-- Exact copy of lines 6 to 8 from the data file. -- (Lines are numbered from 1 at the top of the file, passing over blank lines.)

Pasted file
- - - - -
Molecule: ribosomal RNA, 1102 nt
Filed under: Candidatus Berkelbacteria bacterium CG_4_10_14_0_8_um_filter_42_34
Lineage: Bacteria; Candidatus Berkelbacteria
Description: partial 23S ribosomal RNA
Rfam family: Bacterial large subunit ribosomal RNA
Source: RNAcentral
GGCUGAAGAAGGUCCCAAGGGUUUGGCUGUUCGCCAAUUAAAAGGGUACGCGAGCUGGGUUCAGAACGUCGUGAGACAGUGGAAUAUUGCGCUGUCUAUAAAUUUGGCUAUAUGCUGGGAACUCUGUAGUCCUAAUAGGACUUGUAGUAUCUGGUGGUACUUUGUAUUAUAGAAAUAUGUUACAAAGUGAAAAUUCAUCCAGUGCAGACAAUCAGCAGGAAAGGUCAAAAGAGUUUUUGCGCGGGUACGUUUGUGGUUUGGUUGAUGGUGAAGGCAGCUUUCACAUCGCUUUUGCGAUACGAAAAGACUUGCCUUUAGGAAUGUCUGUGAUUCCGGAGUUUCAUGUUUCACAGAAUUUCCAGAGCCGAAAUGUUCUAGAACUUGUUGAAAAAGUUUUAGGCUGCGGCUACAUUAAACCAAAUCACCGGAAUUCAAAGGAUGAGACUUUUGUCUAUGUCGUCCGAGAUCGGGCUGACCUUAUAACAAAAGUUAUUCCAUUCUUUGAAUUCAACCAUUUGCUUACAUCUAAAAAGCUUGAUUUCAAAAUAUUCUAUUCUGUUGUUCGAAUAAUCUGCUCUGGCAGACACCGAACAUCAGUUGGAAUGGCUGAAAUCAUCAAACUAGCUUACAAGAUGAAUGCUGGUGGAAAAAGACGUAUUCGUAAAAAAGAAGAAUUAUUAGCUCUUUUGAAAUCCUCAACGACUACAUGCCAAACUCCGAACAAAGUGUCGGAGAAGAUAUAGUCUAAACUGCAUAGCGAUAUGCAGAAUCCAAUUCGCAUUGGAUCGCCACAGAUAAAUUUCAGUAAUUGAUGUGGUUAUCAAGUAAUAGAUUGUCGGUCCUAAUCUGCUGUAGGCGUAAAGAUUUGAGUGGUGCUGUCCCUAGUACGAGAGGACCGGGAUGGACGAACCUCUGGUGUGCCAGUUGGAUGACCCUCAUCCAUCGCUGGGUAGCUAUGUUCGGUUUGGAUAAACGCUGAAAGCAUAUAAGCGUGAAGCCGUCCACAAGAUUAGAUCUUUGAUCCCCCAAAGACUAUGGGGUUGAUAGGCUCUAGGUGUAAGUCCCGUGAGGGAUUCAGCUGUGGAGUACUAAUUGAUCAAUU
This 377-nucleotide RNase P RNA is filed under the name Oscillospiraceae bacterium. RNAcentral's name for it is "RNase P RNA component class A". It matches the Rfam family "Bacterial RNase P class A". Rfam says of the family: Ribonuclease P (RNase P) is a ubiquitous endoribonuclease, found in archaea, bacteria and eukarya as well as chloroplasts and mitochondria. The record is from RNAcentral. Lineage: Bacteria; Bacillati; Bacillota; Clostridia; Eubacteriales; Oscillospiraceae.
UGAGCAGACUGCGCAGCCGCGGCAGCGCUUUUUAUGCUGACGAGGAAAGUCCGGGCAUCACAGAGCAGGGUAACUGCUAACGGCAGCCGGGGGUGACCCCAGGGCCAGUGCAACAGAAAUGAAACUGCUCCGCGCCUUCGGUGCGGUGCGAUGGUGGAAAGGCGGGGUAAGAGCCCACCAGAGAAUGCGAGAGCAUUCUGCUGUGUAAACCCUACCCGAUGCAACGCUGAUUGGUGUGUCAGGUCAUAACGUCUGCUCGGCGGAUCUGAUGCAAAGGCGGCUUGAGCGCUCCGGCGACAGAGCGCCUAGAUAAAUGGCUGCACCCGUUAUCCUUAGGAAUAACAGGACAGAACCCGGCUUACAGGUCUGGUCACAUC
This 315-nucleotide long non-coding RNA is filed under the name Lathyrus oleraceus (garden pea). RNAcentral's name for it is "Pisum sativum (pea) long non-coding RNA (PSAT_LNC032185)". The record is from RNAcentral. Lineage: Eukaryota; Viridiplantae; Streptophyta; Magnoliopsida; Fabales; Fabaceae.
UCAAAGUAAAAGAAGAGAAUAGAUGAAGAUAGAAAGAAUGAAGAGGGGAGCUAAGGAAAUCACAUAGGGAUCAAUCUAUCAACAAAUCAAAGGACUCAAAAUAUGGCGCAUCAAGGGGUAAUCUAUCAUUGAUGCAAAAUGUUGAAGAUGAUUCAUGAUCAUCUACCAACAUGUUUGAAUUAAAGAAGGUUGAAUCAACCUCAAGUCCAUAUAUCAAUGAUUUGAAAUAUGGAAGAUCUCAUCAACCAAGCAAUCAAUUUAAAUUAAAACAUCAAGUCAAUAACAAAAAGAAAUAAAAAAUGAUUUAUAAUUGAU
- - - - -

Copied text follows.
Source: RNAcentral
GGCUGAAGAAGGUCCCAAGGGUUUGGCUGUUCGCCAAUUAAAAGGGUACGCGAGCUGGGUUCAGAACGUCGUGAGACAGUGGAAUAUUGCGCUGUCUAUAAAUUUGGCUAUAUGCUGGGAACUCUGUAGUCCUAAUAGGACUUGUAGUAUCUGGUGGUACUUUGUAUUAUAGAAAUAUGUUACAAAGUGAAAAUUCAUCCAGUGCAGACAAUCAGCAGGAAAGGUCAAAAGAGUUUUUGCGCGGGUACGUUUGUGGUUUGGUUGAUGGUGAAGGCAGCUUUCACAUCGCUUUUGCGAUACGAAAAGACUUGCCUUUAGGAAUGUCUGUGAUUCCGGAGUUUCAUGUUUCACAGAAUUUCCAGAGCCGAAAUGUUCUAGAACUUGUUGAAAAAGUUUUAGGCUGCGGCUACAUUAAACCAAAUCACCGGAAUUCAAAGGAUGAGACUUUUGUCUAUGUCGUCCGAGAUCGGGCUGACCUUAUAACAAAAGUUAUUCCAUUCUUUGAAUUCAACCAUUUGCUUACAUCUAAAAAGCUUGAUUUCAAAAUAUUCUAUUCUGUUGUUCGAAUAAUCUGCUCUGGCAGACACCGAACAUCAGUUGGAAUGGCUGAAAUCAUCAAACUAGCUUACAAGAUGAAUGCUGGUGGAAAAAGACGUAUUCGUAAAAAAGAAGAAUUAUUAGCUCUUUUGAAAUCCUCAACGACUACAUGCCAAACUCCGAACAAAGUGUCGGAGAAGAUAUAGUCUAAACUGCAUAGCGAUAUGCAGAAUCCAAUUCGCAUUGGAUCGCCACAGAUAAAUUUCAGUAAUUGAUGUGGUUAUCAAGUAAUAGAUUGUCGGUCCUAAUCUGCUGUAGGCGUAAAGAUUUGAGUGGUGCUGUCCCUAGUACGAGAGGACCGGGAUGGACGAACCUCUGGUGUGCCAGUUGGAUGACCCUCAUCCAUCGCUGGGUAGCUAUGUUCGGUUUGGAUAAACGCUGAAAGCAUAUAAGCGUGAAGCCGUCCACAAGAUUAGAUCUUUGAUCCCCCAAAGACUAUGGGGUUGAUAGGCUCUAGGUGUAAGUCCCGUGAGGGAUUCAGCUGUGGAGUACUAAUUGAUCAAUU
This 377-nucleotide RNase P RNA is filed under the name Oscillospiraceae bacterium. RNAcentral's name for it is "RNase P RNA component class A". It matches the Rfam family "Bacterial RNase P class A". Rfam says of the family: Ribonuclease P (RNase P) is a ubiquitous endoribonuclease, found in archaea, bacteria and eukarya as well as chloroplasts and mitochondria. The record is from RNAcentral. Lineage: Bacteria; Bacillati; Bacillota; Clostridia; Eubacteriales; Oscillospiraceae.